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into the 21st century

Chip Holt takes Xerox
into the 21st century

Call him DocuDad.
In his red polo shirt and khakis, Chip Holt–Charles to those few who insist on formalities–looks more like a golf pro than a paradigm shifter.
Don’t be fooled.
Holt invented Xerox Corp.’s DocuTech, the digital-printing Leviathan that itself created the industry of print-on-demand publishing just five years ago.
Holt could easily rest on those laurels and no one would complain–especially not Xerox, where DocuTech and related digital publishing added $1 billion to the company’s coffers last year.
But resting never quite fits into Holt’s schedule.
Instead, as corporate vice president of the Joseph C. Wilson Center for Research and Technology, he is steering Xerox toward its next generation of products, and into the world of color.
“This may border on being secret,” he begins, “but we have a set of technologies right now that are going to give the company an array of color products that are just enormously promising.”
That date is imminent, Holt believes. Technologies for taming color will be ready within a year, though the products they drive are further down the road.
Holt takes pride in knowing that he leads another industry-shaking charge. Yet getting this far has been a tricky task.
A year ago, Xerox reshuffled its research and technology efforts, for the first time bringing them together under one roof at the Wilson Center. By organizing both groups into competency-based labs–one lab works on advanced powder materials, for example, another on paper handling–Xerox hopes to get a jump on how exploratory research eventually can be brought to bear on products.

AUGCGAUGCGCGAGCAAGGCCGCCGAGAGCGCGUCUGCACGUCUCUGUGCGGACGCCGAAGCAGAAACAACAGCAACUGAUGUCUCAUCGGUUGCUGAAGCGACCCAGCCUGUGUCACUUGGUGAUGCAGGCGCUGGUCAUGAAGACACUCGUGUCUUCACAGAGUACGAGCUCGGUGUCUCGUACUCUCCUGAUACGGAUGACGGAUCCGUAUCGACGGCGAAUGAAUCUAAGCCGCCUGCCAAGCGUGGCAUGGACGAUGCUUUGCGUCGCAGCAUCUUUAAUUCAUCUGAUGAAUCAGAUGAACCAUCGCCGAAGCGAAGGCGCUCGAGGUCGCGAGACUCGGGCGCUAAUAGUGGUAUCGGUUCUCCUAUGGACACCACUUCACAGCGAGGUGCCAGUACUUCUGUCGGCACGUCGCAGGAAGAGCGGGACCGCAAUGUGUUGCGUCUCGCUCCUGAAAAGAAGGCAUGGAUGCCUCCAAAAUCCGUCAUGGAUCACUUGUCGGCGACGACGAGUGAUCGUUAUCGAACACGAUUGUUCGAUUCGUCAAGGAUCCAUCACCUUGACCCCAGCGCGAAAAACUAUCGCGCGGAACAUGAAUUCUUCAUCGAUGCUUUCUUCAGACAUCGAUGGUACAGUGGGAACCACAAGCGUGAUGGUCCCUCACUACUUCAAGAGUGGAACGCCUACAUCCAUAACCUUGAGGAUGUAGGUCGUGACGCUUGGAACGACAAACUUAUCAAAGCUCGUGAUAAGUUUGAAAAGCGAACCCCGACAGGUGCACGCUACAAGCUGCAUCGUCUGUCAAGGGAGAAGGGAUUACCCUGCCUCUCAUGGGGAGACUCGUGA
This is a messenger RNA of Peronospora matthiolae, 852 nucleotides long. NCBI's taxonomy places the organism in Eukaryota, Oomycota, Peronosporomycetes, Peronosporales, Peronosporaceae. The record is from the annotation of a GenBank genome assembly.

The move caused a cultural clash, as theory-steeped researchers struggled to understand or at least overcome their disdain for product-driven technologists, and vice versa. Only recently have the groups grown to appreciate each other, Holt maintains.
And the center is recovering from another blow received last year, when it lost 60 people as a result of Xerox’s corporatewide downsizing.
“Technology and research had never been touched before, so even though it was a small number it had a fairly profound effect,” Holt says.
Communication is key to combating these hits, he contends.
To flatten the center’s hierarchy, all 27 laboratory leaders report directly to Holt. He speaks regularly at forums for all 400 employees, and tries to practice what he calls “the old cliche” of management by walking around.
What is more, Holt each month holds a roundtable lunch with 10 workers chosen randomly from all areas of the center. The informal discussions help Holt keep abreast of employees’ concerns, he says.
These efforts, coupled with the center’s growing prestige within Xerox, have helped boost morale.
“I sense a rejuvenation here,” Holt says. “People feel a lot of pride in their work that I don’t think they’ve felt in recent years.”
Holt is one of a rare breed–a technologist with the gift of gab and the willingness to listen. Jack Ratcliffe, who worked with Holt on the DocuTech project, says communication is one of Holt’s strong suits.
“He’s a technical guy who can communicate concepts well to non-technical people,” Ratcliffe says.
Joking, he adds, “He doesn’t take himself too seriously–and when he does, he doesn’t mind direct deflation.”
Donald Post, another member of the DocuTech team who now works at the Wilson Center, notes that even when tensions arise, Holt maintains his sense of humor.